Last week the students in my Writing Close to the Earth online class read George Orwell's classic essay, "Politics and the English Language." In it ... Read More
My family regularly attends children’s storytime at the Nashville Public Library where Library Pete, The Professor, and Mary Mary regale attendees with stories, rainbow drawings, singing, and the continuing puppet adventures of Cedric the Dragon, Spanish Fox, JJ the Lamb, and Tommy Dog. Beyond all the puppeteering aimed at the kids, though, the proceedings are layered with witty banter intended for the parents as well. I like this.
At one point, the Professor juggles colorful rings while singing a song and Ellis, our oldest boy, immediately took to this. He returned home to find a frisbee-like juggling ring of his own and promptly informed us that he was the “perfeshor”, complete with the final act of placing the ring on his head all crown-like. Once we picked up on what he was doing and saying (he still spoke Babel-like at the time), we were astonished at what a one-and-a-half year old was able to comprehend and retain.
Since I’m anxious to relate to — and impress — my son, my wife gave me a juggling set for Christmas, complete with a how-to guide, colorful practice handkerchiefs, and three beanbags. I took up the challenge and quickly advanced to a daily regimen of juggling (by which I mean repeatedly dropping) beanbags. With a few minutes of practice each morning, I slowly got the hang of it. At the very least, I can keep the three balls moving through the air in something resembling a circle, if only for a few seconds at a time (a veritable eon, in the hands of a novice). The best part is that Ellis excitedly joins me by throwing around the “han-ker-chips”, as he calls them, in playful mimicry. This, I truly enjoy.
The same monotonous repetition required to learn a new skill is currently swamping my life. My ever-present acedia wants nothing to do with the “rinse, clean, repeat” cycle of being an exhausted and exasperated father of two very young children. You parents will, no doubt, understand these mundane rigors. I become apathy at its personified best — or worst.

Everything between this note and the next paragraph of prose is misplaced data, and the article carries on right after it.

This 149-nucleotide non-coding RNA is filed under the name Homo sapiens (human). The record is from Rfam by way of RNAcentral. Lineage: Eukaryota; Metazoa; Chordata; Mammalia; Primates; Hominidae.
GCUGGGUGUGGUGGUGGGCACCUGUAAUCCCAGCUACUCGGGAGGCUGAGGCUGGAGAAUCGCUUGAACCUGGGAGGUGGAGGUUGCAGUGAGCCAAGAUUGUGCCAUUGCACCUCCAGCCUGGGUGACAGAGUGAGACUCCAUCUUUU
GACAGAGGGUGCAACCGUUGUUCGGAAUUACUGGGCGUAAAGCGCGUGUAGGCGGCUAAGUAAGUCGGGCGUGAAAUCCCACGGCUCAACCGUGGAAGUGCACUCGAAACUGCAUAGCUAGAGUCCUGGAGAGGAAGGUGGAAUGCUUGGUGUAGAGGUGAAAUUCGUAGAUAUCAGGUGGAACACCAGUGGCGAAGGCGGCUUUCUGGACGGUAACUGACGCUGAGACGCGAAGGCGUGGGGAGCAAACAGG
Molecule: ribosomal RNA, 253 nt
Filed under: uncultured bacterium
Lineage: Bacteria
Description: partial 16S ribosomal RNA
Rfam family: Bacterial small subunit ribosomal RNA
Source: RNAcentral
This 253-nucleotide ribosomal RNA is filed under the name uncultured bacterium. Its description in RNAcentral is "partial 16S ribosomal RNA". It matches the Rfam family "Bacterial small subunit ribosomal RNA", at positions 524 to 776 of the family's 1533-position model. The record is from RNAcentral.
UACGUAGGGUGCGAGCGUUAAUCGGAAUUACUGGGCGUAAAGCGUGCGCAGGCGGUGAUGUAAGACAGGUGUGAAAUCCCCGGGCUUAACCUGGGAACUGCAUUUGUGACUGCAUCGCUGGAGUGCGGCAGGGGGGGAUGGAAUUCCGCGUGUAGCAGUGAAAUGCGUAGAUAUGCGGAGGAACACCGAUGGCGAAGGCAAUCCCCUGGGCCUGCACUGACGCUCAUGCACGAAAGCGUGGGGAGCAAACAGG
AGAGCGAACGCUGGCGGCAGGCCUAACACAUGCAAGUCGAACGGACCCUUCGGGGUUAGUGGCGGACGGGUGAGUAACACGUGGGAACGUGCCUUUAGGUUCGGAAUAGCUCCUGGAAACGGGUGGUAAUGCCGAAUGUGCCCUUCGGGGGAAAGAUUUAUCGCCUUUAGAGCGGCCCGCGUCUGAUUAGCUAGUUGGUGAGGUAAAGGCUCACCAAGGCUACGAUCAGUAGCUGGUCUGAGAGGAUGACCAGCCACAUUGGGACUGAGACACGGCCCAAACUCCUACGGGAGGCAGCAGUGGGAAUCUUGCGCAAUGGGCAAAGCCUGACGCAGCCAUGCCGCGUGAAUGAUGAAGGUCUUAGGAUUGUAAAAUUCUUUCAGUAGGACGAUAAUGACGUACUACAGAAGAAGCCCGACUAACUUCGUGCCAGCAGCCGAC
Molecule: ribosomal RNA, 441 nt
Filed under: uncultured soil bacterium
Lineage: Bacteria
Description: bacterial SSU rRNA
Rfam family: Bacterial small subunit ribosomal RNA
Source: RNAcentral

I wake in the early morning and glance in the mirror at the bags under my reddened eyes and realize, with grudging acceptance, that this day will likely be as utterly predictable as the one before. It will be no less riddled with repetition than either yesterday was or tomorrow is likely to be. It is a drug of drudgery that hardly elicits an “hurrah” from the shambles of my spirit. Wake me up when today is over, I grumble. And so it goes with acedia, that devil-god laying claim to my shoulder, neighbor to the self-righteous chip.
Repetition surrounds me the way a rolled-up rug encases a poor soul run afoul of the mafia. Though I wiggle, squirm and fight, I cannot escape. I imagine there is an abundance of beauty and living art in our daily monotony, as Kathleen Norris observes in her insightful book, Acedia & Me, but I have yet to discover anything abundant in it save frustration, or anything lively save my own resistance.
Practice and repetition are neither glorifying nor pleasurable, just ask any athlete. But perhaps the glory is never meant for the individual doing the repeating. Like juggling, it holds less enjoyment than frustration for me, the practitioner, but its greater fame is that of bringing something pleasant to the beholder, to those who witness the feat. In the case of my learning to juggle, my son invariably grins and seeks to mimic the act with the aforementioned handkerchiefs. Glory be, we learn together.
I find myself, perhaps foolishly, selfishly and naively, wishing the current days away as if they were curses instead of blessings. Longing for what I don’t have is classic covetousness. It is a blanket of ingratitude that is all too human in its near-sightedness. As my pastor has been hammering into my head the past few weeks, we revel in the unseen promise of tomorrow at the cost of today’s grace and beauty, we give testimony to the revelation of things to come, and curse our proclivities for mistrust and false identities which have become “normal” or “everyday” in our hearts.
In the ordinary, monotonous, and acedia-ravaged days to come I hope to pray a more perfect prayer. May repetition be the means through which God, in his ironic clearinghouse style, continually unveils our daily need of Him. May Self surrender to that ever-unchanging will. May rote rehearsal reveal glory in the gift of every new day. And may my beloved son see grace in the hands of a fumbling juggler.
Eric Peters, affectionately called "Pappy" by those who love him, is the grand old curmudgeon of the Rabbit Room. But his small stature and often quiet presence belie a giant talent. He's a songwriter of the first order, and a catalogue of great records bears witness to it. His last album, Birds of Relocation, blew minds and found its way onto “year’s best” lists all over the country. When he's not painting, trolling bookstores, or dabbling in photography, he's touring the country in support of his latest record, Far Side of the Sea.